#SDBNJune Event Panelist Profile: Claire Weston

>Claire Weston, Founder & CEO at Reveal Biosciences
Claire Weston, Founder & CEO at Reveal Biosciences
In advance of our June 24th Reinventing California Biotech event, we’re profiling our panelists here on the blog so that we can forego the stuffy PowerPoint presentations/introductions and spend more time discussing the issues. See our entry below on Claire Weston and track all panelists profiles using the #SDBNJune tag (also the hashtag for the event).
Tell us about yourself:
Scientist, entrepreneur, mom ? not necessarily in that order.
What gets you up in the morning?
I love my job! I am lucky to work with some very smart interesting people and I enjoy the rich diversity of science and business opportunities we are exposed to all the time. Every day is different and it?s a very innovative environment that can be challenging and difficult but extremely rewarding and fun.
What’s your current job and how did you get involved with it?
I am the Founder and CEO of Reveal Biosciences. We?re developing tissue-based diagnostics and assays using proprietary advanced technologies for our biotech and pharma clients. Starting a business had always been in the back of my mind and I saw a real opportunity in the market for the technology we?re developing today. With a combination of good timing and luck I was able to take the leap.
How and why did you choose your current location?
San Diego is the perfect environment to start a biotech company. There is so much innovation and potential collaboration right here, and a huge diversity of potential clients from biotech and pharma. There are also many networking opportunities and business resources available that mean that it is easy to find advice and support when you need it.
Describe your company’s funding and business model:
We?re a privately held company and with no outside investment. Our day-to-day operations and technology development are funded by revenue generated by our service business. Our services complement our broader vision and give us the freedom and flexibility to explore new ideas as they arise. We currently work with a wide range of over 50 biotech and pharma clients on a variety of studies ranging from routine histology to advanced assay and novel diagnostic development.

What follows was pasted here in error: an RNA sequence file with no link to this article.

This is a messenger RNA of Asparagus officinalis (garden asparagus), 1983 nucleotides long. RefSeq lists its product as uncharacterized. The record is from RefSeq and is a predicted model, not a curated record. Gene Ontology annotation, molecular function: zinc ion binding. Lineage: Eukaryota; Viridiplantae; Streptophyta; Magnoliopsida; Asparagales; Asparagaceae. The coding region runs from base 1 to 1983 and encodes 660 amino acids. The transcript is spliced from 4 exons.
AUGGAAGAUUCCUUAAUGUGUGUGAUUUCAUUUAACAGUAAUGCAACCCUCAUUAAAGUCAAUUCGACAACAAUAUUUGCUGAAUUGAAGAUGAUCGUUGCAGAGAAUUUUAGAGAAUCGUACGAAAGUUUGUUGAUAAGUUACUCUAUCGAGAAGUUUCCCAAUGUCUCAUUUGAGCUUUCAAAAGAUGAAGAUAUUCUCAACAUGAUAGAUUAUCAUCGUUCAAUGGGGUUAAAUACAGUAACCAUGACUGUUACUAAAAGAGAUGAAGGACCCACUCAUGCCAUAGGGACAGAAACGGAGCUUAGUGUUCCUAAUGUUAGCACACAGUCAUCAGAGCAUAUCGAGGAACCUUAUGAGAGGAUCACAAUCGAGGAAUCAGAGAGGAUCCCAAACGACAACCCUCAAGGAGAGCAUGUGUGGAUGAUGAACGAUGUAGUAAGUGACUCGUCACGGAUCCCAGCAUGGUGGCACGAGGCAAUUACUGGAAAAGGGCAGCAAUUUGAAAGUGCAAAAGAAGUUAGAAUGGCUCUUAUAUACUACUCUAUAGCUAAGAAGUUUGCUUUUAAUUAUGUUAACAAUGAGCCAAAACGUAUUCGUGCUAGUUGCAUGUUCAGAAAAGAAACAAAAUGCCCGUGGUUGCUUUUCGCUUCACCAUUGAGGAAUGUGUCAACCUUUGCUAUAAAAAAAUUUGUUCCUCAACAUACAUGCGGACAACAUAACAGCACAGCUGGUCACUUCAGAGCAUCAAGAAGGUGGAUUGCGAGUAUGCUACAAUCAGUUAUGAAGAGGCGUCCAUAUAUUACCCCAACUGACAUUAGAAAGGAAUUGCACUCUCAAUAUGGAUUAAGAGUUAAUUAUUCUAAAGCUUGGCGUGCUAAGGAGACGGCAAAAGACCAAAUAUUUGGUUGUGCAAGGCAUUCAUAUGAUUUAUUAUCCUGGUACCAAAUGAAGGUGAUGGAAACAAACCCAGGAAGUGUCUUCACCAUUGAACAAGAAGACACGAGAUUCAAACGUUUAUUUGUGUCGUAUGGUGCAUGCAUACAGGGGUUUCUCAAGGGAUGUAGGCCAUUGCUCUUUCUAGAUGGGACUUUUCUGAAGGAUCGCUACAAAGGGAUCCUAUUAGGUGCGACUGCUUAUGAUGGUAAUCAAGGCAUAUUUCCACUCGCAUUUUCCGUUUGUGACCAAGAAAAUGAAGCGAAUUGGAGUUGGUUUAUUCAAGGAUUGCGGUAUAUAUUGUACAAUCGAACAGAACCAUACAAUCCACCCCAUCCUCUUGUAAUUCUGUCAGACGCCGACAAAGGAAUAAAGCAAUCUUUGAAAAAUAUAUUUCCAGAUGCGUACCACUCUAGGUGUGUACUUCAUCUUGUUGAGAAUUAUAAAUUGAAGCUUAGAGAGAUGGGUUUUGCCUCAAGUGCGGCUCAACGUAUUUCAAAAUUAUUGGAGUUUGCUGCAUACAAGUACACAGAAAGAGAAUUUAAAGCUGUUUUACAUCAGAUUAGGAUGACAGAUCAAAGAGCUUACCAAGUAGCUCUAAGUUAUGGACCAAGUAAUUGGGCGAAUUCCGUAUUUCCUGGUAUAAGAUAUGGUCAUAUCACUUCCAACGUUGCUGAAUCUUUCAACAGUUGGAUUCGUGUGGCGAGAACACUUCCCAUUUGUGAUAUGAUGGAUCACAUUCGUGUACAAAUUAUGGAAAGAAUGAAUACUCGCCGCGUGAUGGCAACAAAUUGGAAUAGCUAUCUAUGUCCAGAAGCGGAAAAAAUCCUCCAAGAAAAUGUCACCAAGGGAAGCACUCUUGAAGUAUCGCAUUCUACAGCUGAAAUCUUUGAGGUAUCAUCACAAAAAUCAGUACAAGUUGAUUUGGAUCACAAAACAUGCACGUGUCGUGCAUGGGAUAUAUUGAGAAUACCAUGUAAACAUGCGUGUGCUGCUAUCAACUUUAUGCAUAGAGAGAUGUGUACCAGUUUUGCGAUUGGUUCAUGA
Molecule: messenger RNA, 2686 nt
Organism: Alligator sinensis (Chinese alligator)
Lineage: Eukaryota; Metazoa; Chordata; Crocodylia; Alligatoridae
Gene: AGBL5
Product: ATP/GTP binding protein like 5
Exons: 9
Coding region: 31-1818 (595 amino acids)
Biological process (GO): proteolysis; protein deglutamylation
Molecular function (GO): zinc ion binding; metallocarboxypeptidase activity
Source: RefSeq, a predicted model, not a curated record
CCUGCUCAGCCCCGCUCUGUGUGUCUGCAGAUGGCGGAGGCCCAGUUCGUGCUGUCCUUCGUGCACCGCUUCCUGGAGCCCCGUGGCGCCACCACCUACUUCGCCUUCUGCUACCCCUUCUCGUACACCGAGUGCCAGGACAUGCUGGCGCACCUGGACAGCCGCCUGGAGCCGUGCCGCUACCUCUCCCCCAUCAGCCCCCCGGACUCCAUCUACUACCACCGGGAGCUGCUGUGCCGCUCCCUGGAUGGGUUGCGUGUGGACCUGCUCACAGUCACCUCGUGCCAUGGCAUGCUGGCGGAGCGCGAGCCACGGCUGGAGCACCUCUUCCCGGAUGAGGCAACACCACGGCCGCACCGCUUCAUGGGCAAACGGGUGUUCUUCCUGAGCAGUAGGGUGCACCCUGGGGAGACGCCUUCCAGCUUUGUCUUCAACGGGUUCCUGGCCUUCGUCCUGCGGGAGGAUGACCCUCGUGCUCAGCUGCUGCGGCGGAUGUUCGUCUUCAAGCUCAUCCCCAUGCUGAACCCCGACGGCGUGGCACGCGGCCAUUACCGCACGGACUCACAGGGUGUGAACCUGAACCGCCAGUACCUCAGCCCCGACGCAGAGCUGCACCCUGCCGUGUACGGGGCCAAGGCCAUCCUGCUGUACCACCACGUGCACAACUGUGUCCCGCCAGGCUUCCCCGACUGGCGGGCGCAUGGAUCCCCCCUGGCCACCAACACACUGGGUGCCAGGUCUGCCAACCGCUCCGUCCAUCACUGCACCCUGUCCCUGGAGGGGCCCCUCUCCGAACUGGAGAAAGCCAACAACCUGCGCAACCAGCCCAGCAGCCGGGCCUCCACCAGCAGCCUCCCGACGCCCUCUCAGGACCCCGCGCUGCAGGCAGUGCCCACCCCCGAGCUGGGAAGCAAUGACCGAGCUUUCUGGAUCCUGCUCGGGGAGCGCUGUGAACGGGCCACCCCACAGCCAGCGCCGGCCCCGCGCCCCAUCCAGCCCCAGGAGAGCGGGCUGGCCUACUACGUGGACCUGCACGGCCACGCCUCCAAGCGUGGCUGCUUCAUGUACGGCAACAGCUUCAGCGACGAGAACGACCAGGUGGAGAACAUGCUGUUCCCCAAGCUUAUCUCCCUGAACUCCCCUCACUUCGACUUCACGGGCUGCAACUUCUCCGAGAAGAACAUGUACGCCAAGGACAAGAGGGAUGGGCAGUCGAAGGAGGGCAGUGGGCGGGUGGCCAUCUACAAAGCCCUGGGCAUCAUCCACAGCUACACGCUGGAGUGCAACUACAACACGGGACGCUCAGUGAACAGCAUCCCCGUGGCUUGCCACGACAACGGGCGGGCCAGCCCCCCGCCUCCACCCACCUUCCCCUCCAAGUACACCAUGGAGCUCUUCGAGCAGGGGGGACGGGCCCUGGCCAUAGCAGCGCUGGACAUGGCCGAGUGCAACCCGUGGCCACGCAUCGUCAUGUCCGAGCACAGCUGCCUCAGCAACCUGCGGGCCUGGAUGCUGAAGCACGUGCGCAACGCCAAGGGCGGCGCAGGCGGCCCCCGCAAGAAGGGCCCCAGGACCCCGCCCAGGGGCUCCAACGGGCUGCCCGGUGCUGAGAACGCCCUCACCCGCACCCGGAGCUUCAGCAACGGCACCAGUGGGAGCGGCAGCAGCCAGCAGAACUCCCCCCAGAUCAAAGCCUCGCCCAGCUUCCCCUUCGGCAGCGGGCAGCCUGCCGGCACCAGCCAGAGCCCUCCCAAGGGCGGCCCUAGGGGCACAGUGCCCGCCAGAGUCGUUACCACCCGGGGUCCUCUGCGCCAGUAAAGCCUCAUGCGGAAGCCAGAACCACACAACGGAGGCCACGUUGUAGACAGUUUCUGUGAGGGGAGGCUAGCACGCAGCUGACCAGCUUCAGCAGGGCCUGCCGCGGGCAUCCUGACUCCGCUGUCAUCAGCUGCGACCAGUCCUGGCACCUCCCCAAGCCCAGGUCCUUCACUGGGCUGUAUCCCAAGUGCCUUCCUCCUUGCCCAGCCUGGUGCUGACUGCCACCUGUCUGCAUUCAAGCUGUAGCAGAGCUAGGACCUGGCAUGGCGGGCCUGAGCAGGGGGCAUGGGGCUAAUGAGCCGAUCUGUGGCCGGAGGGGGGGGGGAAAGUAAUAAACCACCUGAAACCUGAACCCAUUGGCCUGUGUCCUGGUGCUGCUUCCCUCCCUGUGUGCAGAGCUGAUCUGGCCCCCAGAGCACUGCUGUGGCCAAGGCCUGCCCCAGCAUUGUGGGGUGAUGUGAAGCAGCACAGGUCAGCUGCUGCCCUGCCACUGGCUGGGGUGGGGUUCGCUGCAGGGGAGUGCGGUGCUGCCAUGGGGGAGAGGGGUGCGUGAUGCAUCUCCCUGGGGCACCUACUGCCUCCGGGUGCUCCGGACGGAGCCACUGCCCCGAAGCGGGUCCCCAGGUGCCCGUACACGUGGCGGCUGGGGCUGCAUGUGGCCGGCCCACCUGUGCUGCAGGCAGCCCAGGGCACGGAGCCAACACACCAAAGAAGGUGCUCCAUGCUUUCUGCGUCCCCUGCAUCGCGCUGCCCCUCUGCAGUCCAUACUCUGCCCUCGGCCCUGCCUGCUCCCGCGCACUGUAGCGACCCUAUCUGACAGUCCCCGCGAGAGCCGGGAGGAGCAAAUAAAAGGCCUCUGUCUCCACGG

What’s been the most important quality for achieving success in your case?
Developing good relationships and a good reputation for quality has been key to our success. Most of our clients continue to return with repeat business and recommend us to colleagues, and this has really fuelled the growth of our business.
What’s working well with your current life science business?
I think automation is a key part of the success of this business as it brings a host of benefits from scalability, consistency, reproducibility and flexible capacity. We prioritize automation in the lab and have developed complimentary software that enhances our workflow. Most of our projects result in a validated computer controlled lab protocol and quantification algorithm from our ImageDx software. Over the long term, this offers a great deal of efficiency as the projects scale.
What’s been the hardest part about your current job?
It?s always difficult to find the right balance between executing on current projects, expanding the business and pushing the technology development. Our services are a priority to generate revenue the company needs to survive and grow, but the long term ?big win? is in the technology we are developing. It is easy to allow the services side to consume all our time but it?s important for us to focus on developing new technology too. Finding a balance between the two can be challenging.
What’s been the proudest moment in your career?
I have been lucky throughout my career but I am actually very proud of where we are now as a company. We literally started Reveal in a garage at the side of another biotech. In the space of two years we?ve come a long way and now have a really well equipped lab, a growing client base and very talented team. What we?re doing is not always easy so it feels good to see how we?ve grown.
How do you see biotech business models evolving over the next 10 years?
As an industry we have to shift our expectations from finding the next blockbuster drug to building efficient mechanisms to develop therapies and diagnostics for the emerging world of precision medicine. Outsourcing is becoming an attractive option and specialized CRO?s and technology providers will be increasingly well positioned to generate cost effective decision making data. Just like many other industries, biotech is benefitting from the dramatic gains in efficiencies derived from our new hyper connected world making matching a specialist technology company with niche research groups very easy. I think business models will evolve to take advantage of these resources and partnerships on a global scale.